Every Wednesday night, I have a get-together with some local friends. We chat, hang out, talk about life, etc. It's fun, and I usually come home with my head still buzzing from the past two hours of non-stop Chinese. The two girls who first brought us all together just happen to be my two best friends who recently moved to Australia (who, by the way, BOTH called me last night just to say hi!). In their absence, guess who was nominated to take the lead? Yup, it was me.
Two weeks ago was supposed to be my maiden voyage as the organizer of our little soiree. But unbeknownst to me (because no one told me!), two of the girls had training at work and another one had to work late. I biked for half an hour only to show up and find only half of our friends were there. In my opinion, Chinese people are notoriously bad planners. Or maybe I should phrase it in a more positive, complementary way: they are extremely flexible with their time. Regardless, after last week's disaster, I figured out that I was going to have to be the one to contact people to make sure if they were coming or not.
This past week, I vowed to do a better job at communicating to everyone. I texted a friend who works with some of the other girls and asked her to let me know if everyone was planning to come. When I didn't get a response, I took it a step further and tried to contact them myself. This was the text conversation that ensued:
Me: can you come tonight?
Alice: come where, my friend?
Me: to the coffee shop where we always meet
Then the phone rings. I guess Alice was as confused as I was. But before I go into that conversation, I just have to ponder why is it that it seems like everyone has the English name Alice? Can we get a little variety here, people? But maybe that's how my Chinese friends feel about so many Americans being named Rachel...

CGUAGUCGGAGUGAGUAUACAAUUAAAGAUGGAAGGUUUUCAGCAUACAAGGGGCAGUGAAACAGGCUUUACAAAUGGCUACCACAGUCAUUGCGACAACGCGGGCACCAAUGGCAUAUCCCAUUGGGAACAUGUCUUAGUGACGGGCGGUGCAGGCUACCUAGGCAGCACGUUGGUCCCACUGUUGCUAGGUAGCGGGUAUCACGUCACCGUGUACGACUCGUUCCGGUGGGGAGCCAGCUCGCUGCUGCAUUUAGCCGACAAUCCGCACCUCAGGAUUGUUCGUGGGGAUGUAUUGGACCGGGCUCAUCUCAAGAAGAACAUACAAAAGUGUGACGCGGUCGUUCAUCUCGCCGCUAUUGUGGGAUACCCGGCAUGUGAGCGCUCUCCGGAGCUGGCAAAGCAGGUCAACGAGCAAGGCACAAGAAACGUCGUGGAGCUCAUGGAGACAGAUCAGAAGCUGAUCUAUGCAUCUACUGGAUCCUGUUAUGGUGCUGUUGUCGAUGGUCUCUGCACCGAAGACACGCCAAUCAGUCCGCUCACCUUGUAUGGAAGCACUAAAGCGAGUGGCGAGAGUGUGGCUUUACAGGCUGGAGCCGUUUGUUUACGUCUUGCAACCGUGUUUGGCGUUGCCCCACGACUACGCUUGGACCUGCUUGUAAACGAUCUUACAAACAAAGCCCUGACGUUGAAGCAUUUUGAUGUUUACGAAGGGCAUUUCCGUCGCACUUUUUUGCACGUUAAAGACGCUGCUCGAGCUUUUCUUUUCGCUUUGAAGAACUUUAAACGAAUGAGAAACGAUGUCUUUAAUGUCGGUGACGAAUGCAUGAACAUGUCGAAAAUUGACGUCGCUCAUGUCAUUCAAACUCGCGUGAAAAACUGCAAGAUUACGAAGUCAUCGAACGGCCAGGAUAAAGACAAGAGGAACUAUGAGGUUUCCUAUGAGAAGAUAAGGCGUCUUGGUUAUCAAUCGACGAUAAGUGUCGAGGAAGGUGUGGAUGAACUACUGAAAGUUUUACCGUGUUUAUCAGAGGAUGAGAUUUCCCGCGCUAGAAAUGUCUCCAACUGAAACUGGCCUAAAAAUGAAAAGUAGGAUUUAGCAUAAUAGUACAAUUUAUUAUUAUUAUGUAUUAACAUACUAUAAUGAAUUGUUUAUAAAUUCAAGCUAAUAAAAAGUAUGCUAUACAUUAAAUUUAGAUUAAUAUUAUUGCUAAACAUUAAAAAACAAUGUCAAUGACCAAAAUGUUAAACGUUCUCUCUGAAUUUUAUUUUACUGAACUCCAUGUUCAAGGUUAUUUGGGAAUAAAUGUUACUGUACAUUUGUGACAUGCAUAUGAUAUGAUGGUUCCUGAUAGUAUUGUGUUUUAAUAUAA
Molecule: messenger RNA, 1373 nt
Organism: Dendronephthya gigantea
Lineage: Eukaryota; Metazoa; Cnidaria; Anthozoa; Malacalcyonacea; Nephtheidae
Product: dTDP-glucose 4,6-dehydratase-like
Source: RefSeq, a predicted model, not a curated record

Anyway, this is how the phone conversation went:
Me: Wei? Ni hao?
Alice: Wow! Your Chinese is so good!
At this point, I start wondering, Why is she complementing my Chinese? We've been speaking Chinese together since September and all I did was answer the phone...
As we talked, it became all the more apparent to me that I had contacted the wrong Alice. The conversation went on in an incredibly awkward manner, as she told me that she would check with her husband and son to see if we would be able to meet this week.
So skip to Thursday...
Kevin & I headed to the designated restaurant, still without even a clue as to who we were meeting. "How will we recognize them?" Kevin asked me. "Good thing we're foreigners," I replied. "They'll just have to be the ones to recognize us!"
It turned out that our evening with Alice & her family was surprisingly enjoyable. It also turned out that Alice is a woman I met at an English corner nearly two years ago. Her husband, 11 year-old son (whose English name is Tom), and her son's classmate (whose English name is, appropriately enough for an 11 year-old girl, Silly) joined us for dinner. The kids provided wonderful fodder for conversation with stimulating, soul-searching questions such as my favorite juice, my favorite season, and my favorite fruit.
With his trusty tea pot sidekick, Tom pulled off his role as host without a hitch. Kevin kept knocking back his tea over and over again, probably because most tea cups here hold about the same volume as an over-sized shot glass. Not very helpful if you're thirsty. Since it's bad manners for a guest to have an empty tea cup, Tom made his rounds at least ten times during the course of the evening in order to meet all of
our Kevin’s tea needs.
Maybe I need to learn a valuable lesson from my Chinese friends about how to be more flexible with my time, plans, and routine. After all, it's not really my time, my plans, or my routine. Relinquishing Chill Day to spend unexpected time with a friend and having dinner with practical strangers with whom I haven't spoken in years usually ends up being a blessing to my soul and (I hope) to theirs. And, if none of those things, it is at least quite an entertaining affair!